Before you head out the door, read these healthy habits for sun safety
While long summer days full of sunshine are enjoyable, it’s important to practice sun safety and avoid potential health issues caused by overexposure to the sun including sunburn, dehydration and long-term health issues like melanoma (skin cancer). The sun can harm our bodies in a relatively short period of time. Experts agree that UV rays can damage your skin in as little as 15 minutes.
The strength of the sun’s UV rays varies based on factors like the time of day, your location, altitude and cloud cover. Regardless of the conditions outside, it is best to be prepared to safely enjoy the sunshine before you leave home. Here are some tips to enjoy the longer days in the sun safely.
Protect your skin this summer
It’s not just about sunscreen. There are several things we should be doing to protect our skin.
- Try to plan outside activities earlier in the day or later in the evening when the sun’s ultraviolet rays aren’t as strong. Stay in the shade or inside between 10 a.m. and 4 p.m.
- Wear clothing made with UV protection material or tightly woven fabric to cover up as much of your skin as possible.
- Choose a brimmed hat to shade your face, ears and back of your neck.
- Sunglasses that offer protection from both types of ultraviolet rays, UVA and UVB, are the best choice for your eyes.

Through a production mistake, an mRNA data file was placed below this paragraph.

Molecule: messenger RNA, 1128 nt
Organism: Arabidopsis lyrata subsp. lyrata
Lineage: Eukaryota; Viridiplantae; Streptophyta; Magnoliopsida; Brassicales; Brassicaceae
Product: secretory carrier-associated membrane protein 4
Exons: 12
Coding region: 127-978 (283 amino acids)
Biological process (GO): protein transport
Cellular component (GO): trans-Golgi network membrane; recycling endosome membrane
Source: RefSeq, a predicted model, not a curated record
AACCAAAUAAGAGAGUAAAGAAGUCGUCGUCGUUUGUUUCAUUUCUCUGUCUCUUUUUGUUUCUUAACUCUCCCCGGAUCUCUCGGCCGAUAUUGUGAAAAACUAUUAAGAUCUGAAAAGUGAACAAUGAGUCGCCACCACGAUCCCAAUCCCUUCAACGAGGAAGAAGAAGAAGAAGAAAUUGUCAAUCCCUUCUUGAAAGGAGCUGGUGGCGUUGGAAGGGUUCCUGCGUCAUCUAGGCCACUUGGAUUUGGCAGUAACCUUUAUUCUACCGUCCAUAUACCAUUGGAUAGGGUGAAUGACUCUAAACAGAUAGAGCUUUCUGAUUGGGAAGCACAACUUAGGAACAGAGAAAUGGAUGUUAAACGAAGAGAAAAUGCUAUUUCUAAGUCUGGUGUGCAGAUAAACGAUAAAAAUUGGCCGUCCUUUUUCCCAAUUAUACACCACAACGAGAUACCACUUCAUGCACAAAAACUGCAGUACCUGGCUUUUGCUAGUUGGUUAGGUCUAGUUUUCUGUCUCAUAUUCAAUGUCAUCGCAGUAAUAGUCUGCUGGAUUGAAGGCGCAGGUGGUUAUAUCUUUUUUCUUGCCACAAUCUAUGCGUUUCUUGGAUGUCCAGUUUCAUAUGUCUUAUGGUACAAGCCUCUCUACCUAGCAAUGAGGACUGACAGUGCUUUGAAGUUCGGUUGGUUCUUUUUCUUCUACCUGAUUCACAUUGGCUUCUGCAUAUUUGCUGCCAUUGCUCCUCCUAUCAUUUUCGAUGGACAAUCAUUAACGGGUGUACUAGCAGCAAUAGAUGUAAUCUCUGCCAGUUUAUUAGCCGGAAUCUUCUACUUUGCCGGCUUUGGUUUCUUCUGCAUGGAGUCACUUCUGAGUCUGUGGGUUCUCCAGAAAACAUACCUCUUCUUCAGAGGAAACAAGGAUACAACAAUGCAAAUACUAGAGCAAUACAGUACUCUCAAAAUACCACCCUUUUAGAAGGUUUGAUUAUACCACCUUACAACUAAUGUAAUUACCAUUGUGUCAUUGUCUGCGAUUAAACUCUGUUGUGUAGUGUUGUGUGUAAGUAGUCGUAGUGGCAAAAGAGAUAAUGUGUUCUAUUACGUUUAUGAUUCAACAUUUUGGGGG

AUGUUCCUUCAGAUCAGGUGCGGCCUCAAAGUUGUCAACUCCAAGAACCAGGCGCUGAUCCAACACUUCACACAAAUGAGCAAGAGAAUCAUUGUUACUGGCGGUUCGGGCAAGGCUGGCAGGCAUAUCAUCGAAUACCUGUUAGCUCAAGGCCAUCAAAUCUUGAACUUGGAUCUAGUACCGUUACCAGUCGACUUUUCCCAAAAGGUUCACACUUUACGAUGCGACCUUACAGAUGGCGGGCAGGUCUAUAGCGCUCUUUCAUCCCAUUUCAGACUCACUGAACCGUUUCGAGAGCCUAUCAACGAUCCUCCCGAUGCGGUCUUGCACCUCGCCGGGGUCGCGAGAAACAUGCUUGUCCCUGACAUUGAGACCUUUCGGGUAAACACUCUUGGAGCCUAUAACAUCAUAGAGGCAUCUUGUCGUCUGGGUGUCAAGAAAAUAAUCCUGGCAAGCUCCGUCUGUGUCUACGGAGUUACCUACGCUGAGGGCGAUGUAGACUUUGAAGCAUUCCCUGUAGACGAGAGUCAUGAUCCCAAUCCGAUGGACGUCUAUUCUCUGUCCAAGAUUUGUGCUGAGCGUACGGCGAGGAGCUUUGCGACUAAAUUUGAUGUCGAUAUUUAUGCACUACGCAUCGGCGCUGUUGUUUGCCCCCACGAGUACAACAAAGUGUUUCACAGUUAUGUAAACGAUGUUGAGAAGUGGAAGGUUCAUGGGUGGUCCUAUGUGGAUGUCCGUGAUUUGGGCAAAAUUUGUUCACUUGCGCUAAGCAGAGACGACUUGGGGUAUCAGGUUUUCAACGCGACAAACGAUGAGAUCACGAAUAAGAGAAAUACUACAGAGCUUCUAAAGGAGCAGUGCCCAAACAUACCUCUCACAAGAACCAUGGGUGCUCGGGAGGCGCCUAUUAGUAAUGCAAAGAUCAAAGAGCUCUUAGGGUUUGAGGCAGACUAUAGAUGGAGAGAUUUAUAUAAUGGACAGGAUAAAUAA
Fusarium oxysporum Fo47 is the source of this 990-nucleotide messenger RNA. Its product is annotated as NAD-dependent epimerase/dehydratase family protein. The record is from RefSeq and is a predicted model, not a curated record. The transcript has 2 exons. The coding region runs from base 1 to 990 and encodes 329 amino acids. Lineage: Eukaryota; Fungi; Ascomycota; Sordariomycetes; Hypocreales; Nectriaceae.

- Don’t forget your lips! Choose a lip balm with SPF protection.
- Use a broad-spectrum sunscreen with an SPF of at least 30, even on cloudy or cooler days. Reapply every two hours or more frequently if sweating or in water.
- Sunscreen can lose its effectiveness over time, check the expiration date to make sure it is still good to use. Consider a reef-safe sunscreen, which is free from chemical ingredients like parabens, PABA, Triclosan, oxybenzone, octinoxate and octocrylene, known to damage the ocean’s coral reef and other marine life.
As temperatures increase, dehydration can happen quickly, especially if you are being active. Watch for signs of dehydration like increased thirst, dry mouth, muscle cramps, fatigue, lightheadedness, or even a decline in thinking and cognition. Here are some tips to stay hydrated while enjoying the sun:
- Experts recommended we drink half of our body weight in ounces each day. For example, if you weigh 180 pounds, divide that by two and you get 90; the general rule is you will need to drink 90 ounces of water daily.
- If you are active in the heat of the sun, you will need to drink more than the general rule, about 8 to 10 ounces of water every 30 minutes during exercise.
- As you sweat during exercise, you’re using your body’s electrolytes, which are important for hydration absorption in the body. These can be replenished by adding an electrolyte tab to your water or choosing a beverage that has sodium and potassium in it, preferably one without added sugar.
- Keep in mind that alcohol and caffeinated beverages can make you more dehydrated.
If your day is taking you up a mountain or to higher elevations, be aware that UV rays are more intense at higher elevations. Prepare for your day and be attentive to the signs of sun exposure and dehydration.
If you encounter signs of dehydration, seek protection from the sun and rehydrate slowly – sip water, drinks with electrolytes, diluted fruit juice, or suck on ice chips or popsicles.
If the dehydration is severe, it’s time to see a doctor or go to the emergency room.
Remember to protect your skin, stay hydrated and plan ahead when you head outside to enjoy the sunshine this summer.